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What’s behind recent Taliban attacks in Afghanistan?

At least 122 people have been killed in Kabul, the capital in Afghanistan, by recent attacks claimed by the Taliban. The latest was on Saturday, when an ambulance packed with explosives drove through a security checkpoint and detonated in the heart of the city. Doug Ollivant, who served as a director at the National Security Council under Presidents Bush and Obama, joins Hari Sreenivasan.

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  • HARI SREENIVASAN:

    Funerals are underway for the victims of yesterday's suicide attack in Kabul Afghanistan. More than a hundred people died when an ambulance packed with explosives raced through a security checkpoint and detonated in a busy area. Speaking at St. Peter's Square today Pope Francis condemned the violence in Afghanistan. Day they pull off Lugano how long will the Afghan people have to endure this inhumane violence.

  • POPE:

    Let us pray for the victims and for their families and let us pray for all those in the country who continue to work to build peace.

  • HARI SREENIVASAN:

    All of this came just a week after gunmen stormed Kabul's Intercontinental Hotel killing 22 people. The Taliban claimed responsibility for both attacks. For more on the Taliban's increased activity in Afghanistan I'm joined from Washington D.C. by Doug Ollivant who served as a director at the National Security Council under President Bush and Obama and is now a managing partner with Mantid International. Doug this is almost a redo of conversation we might have had three years ago four years ago even 10 or 12 years ago. How is the Taliban still as strong as they are?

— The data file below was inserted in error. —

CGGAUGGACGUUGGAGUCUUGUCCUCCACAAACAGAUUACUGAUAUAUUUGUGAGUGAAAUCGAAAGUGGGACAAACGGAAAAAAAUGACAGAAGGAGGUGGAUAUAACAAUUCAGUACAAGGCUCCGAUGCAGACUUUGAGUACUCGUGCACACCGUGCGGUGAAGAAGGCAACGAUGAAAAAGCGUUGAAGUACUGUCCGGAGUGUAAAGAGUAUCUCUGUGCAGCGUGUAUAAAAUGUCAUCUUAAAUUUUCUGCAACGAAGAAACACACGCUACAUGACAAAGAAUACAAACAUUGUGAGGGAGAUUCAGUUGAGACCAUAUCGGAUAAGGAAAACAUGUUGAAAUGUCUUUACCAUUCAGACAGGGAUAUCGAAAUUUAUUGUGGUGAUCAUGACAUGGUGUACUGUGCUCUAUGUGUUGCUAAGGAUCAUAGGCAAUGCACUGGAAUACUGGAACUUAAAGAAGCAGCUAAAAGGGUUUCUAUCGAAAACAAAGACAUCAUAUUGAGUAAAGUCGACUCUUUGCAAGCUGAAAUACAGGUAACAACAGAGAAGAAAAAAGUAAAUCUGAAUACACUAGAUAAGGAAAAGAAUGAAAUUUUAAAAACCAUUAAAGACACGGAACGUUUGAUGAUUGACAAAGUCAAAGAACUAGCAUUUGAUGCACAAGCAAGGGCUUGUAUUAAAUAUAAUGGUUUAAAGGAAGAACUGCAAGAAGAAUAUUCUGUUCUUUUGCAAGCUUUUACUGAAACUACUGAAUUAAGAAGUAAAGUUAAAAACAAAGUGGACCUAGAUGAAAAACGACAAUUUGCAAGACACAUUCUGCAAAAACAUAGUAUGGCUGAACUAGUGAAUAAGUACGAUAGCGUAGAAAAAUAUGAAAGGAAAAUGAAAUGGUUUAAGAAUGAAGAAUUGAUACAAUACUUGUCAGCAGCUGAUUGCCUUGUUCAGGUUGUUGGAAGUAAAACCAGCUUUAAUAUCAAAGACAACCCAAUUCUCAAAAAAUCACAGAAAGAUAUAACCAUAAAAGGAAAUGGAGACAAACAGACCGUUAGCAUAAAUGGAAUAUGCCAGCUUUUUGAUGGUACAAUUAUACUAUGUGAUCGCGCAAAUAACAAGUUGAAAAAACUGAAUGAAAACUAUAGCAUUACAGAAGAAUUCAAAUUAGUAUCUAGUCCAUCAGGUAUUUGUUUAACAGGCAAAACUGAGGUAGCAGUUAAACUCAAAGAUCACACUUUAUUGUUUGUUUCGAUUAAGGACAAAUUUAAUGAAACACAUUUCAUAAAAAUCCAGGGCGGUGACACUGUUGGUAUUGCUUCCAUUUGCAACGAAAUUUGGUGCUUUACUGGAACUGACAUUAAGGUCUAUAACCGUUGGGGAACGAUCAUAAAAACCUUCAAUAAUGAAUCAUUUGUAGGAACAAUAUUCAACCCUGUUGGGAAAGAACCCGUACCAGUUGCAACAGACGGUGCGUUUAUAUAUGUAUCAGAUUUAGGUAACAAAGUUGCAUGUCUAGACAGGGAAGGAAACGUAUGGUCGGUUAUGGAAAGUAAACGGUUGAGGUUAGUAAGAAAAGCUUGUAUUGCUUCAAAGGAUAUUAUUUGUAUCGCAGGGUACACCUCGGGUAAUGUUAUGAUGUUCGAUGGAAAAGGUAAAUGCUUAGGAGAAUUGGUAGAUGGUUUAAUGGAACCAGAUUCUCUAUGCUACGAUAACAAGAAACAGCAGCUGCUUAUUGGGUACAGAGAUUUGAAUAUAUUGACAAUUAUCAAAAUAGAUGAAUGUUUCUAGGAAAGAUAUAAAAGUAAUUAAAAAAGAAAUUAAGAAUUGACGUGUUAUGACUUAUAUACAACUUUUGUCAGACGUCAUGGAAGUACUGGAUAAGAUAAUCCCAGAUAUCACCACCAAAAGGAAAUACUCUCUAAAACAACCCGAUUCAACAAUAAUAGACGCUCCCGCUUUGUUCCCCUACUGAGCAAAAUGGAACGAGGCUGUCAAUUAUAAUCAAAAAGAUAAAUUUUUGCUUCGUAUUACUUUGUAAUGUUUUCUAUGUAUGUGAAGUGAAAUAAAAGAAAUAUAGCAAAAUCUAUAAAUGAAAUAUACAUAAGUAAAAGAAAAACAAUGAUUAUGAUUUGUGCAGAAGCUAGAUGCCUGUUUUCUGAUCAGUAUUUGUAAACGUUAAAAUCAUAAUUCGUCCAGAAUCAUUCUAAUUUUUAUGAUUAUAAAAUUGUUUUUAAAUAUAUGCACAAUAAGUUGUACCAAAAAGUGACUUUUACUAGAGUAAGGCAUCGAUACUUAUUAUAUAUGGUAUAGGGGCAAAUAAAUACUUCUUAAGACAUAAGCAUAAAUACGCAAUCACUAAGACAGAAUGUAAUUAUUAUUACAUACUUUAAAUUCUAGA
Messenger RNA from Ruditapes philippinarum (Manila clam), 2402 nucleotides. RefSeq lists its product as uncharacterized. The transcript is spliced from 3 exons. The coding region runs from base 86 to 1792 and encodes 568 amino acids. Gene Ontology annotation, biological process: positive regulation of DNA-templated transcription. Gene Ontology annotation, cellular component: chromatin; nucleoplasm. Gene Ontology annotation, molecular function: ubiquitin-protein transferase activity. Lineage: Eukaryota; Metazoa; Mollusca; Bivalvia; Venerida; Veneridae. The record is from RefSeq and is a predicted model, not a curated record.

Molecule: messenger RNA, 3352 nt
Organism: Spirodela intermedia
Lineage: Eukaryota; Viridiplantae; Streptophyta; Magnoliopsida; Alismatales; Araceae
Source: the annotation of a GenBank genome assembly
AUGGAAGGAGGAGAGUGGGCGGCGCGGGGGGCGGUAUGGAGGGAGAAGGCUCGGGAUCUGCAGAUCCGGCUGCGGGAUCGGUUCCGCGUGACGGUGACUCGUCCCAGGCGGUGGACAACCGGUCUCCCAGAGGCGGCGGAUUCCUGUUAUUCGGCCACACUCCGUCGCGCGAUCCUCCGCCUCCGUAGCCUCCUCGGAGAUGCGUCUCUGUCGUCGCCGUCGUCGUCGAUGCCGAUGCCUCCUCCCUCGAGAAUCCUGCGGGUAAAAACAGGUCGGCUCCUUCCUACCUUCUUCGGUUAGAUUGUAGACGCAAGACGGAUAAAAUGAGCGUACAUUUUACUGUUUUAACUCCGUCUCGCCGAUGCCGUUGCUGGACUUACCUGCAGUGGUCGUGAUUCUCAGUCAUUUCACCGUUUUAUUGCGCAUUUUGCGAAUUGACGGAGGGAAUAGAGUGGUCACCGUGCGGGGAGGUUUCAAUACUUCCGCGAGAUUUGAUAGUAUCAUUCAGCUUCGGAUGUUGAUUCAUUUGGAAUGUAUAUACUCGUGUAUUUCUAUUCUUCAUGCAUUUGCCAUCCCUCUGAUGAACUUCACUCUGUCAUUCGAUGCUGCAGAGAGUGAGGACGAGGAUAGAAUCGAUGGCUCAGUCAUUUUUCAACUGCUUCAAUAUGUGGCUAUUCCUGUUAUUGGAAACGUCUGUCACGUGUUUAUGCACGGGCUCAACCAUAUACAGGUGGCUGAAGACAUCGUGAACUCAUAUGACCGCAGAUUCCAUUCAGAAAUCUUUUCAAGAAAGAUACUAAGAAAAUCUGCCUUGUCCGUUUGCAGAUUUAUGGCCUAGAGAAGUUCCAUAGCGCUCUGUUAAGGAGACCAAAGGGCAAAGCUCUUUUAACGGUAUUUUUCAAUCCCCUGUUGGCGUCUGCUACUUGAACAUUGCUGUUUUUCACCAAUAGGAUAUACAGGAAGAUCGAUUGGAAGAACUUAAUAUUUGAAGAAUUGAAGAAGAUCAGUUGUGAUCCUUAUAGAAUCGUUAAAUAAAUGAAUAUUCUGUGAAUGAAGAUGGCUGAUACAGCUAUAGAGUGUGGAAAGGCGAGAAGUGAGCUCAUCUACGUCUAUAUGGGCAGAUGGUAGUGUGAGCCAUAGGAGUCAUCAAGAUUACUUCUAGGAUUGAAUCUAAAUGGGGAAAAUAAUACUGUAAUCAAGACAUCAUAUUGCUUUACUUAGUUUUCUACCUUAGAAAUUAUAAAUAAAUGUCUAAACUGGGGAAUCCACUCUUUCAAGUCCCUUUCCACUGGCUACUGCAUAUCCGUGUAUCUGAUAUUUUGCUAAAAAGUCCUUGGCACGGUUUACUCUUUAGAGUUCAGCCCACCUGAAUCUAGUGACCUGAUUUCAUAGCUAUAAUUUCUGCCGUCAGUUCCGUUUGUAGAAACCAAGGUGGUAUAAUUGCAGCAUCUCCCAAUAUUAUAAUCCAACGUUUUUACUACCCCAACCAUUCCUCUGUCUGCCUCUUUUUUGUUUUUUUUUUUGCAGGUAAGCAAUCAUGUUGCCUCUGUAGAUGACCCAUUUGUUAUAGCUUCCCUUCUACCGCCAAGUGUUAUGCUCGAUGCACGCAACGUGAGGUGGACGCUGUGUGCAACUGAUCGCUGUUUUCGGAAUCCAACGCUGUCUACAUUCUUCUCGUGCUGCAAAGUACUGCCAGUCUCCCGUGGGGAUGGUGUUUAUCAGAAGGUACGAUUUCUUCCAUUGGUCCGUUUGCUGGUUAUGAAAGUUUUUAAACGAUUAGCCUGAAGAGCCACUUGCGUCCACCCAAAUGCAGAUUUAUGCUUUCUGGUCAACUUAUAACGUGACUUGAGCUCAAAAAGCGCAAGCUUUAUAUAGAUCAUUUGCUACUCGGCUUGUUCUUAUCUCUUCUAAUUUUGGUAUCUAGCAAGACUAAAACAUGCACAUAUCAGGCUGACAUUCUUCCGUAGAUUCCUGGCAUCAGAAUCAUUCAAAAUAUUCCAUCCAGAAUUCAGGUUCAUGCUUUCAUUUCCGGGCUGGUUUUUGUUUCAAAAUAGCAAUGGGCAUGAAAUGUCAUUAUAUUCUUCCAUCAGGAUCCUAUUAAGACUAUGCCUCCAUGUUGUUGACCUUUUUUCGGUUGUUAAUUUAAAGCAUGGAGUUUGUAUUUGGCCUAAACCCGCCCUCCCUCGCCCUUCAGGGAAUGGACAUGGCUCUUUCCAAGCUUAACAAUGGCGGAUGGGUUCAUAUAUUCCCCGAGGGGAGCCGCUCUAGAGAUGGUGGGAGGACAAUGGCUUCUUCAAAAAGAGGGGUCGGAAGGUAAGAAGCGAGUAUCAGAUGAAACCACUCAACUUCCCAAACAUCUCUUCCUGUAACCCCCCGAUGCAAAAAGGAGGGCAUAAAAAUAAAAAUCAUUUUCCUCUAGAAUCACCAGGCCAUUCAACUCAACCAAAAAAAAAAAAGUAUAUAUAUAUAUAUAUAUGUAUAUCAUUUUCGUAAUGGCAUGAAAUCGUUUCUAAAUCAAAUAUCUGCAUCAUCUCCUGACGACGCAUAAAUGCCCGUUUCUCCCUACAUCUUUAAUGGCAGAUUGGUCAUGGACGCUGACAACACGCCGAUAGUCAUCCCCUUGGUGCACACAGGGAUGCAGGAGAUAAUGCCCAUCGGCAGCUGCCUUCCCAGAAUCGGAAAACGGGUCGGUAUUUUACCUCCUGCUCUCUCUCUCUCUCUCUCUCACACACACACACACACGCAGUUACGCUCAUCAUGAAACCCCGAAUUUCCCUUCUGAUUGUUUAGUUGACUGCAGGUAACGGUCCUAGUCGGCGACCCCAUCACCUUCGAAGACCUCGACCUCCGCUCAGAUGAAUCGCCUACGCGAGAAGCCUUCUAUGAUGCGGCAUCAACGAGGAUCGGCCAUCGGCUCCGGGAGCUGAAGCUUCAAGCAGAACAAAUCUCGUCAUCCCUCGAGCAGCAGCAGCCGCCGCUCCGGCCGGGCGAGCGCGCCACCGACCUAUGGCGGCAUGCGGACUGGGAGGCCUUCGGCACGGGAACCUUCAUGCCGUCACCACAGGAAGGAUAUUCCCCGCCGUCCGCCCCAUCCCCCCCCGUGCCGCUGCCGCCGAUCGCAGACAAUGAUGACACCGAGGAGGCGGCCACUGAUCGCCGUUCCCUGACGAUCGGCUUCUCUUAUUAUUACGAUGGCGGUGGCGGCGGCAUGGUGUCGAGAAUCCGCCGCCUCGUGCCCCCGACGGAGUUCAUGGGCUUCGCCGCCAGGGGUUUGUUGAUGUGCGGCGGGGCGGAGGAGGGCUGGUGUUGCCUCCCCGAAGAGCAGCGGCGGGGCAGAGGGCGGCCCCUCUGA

• DOUG OLLIVANT:

    The Taliban are still strong as they are because nothing has fundamentally changed. The Taliban are still a terrorist group has these attacks made make plain these last three attacks you highlighted not just the ambulance attack against their Green Zone and the Intercon but also a smaller attack on the Save the Children office of all things in Jalalabad. So there clearly a terrorist group but their aims have not changed. They want to be back inside the government and the government seems unable to repel them and we seem unable to help the government in repelling them.

  • HARI SREENIVASAN:

    And what about the kind of surge-like strategy that we have employed elsewhere. Is that happening in Afghanistan. Is there a repercussion of that?

  • DOUG OLLIVANT:

    Well we've increased slightly the number of troops that we have in Afghanistan. But we now have about 15, 16,000 troops, if we read the unclassified numbers but in 2010 we had 100,000 troops. And General Petraeus and Ambassador Crocker are a team of leadership. If they couldn't do it in 2010 with all those resources why would we think that a sixth of that number today is going to make any significant difference?

  • HARI SREENIVASAN:

    And at the same time the Taliban seem to be making some inroads into gaining some legitimacy within the Afghan government.

  • DOUG OLLIVANT:

    While this has always been the you know the trouble the Afghan government when it comes on tends to get deeply involved in corruption and the people dislike the corruption they dislike that the judicial system is corrupt and the Taliban for all its brutality is a much less corrupt organisation and its judicial systems are fair if extremely harsh. So they've always had this appeal at least within the Pashtuns section of the Afghan population.

  • HARI SREENIVASAN:

    And put this in perspective for us our involvement in Afghanistan in relation to Russia's.

  • DOUG OLLIVANT:

    We've been there forever we've been there almost twice as long as the Russians were in Afghanistan, for that matter we've been there about twice as long as our main operations in Vietnam. This is a long time, 2001, and 9/11 was over 16 years ago.

  • HARI SREENIVASAN:

    Is there any strategy that the U.S. has either telegraphed or is working on to try to accelerate some sort of stability there?

  • DOUG OLLIVANT:

    Well certainly we've been trying to make Afghanistan more stable for virtually all of those 16 years. But it's it's not working, Afghanistan simply doesn't have the social capital the intellectual capital the development to stabilize itself and we've been trying it for 16 years. But the amount of commitment need in terms of manpower in terms of money and in terms of time is simply not something that's really acceptable so we just keep stumbling along.

  • HARI SREENIVASAN:

    Doug Ollivant of a bit of Mantid International thanks so much for joining us.

  • DOUG OLLIVANT:

    My pleasure.

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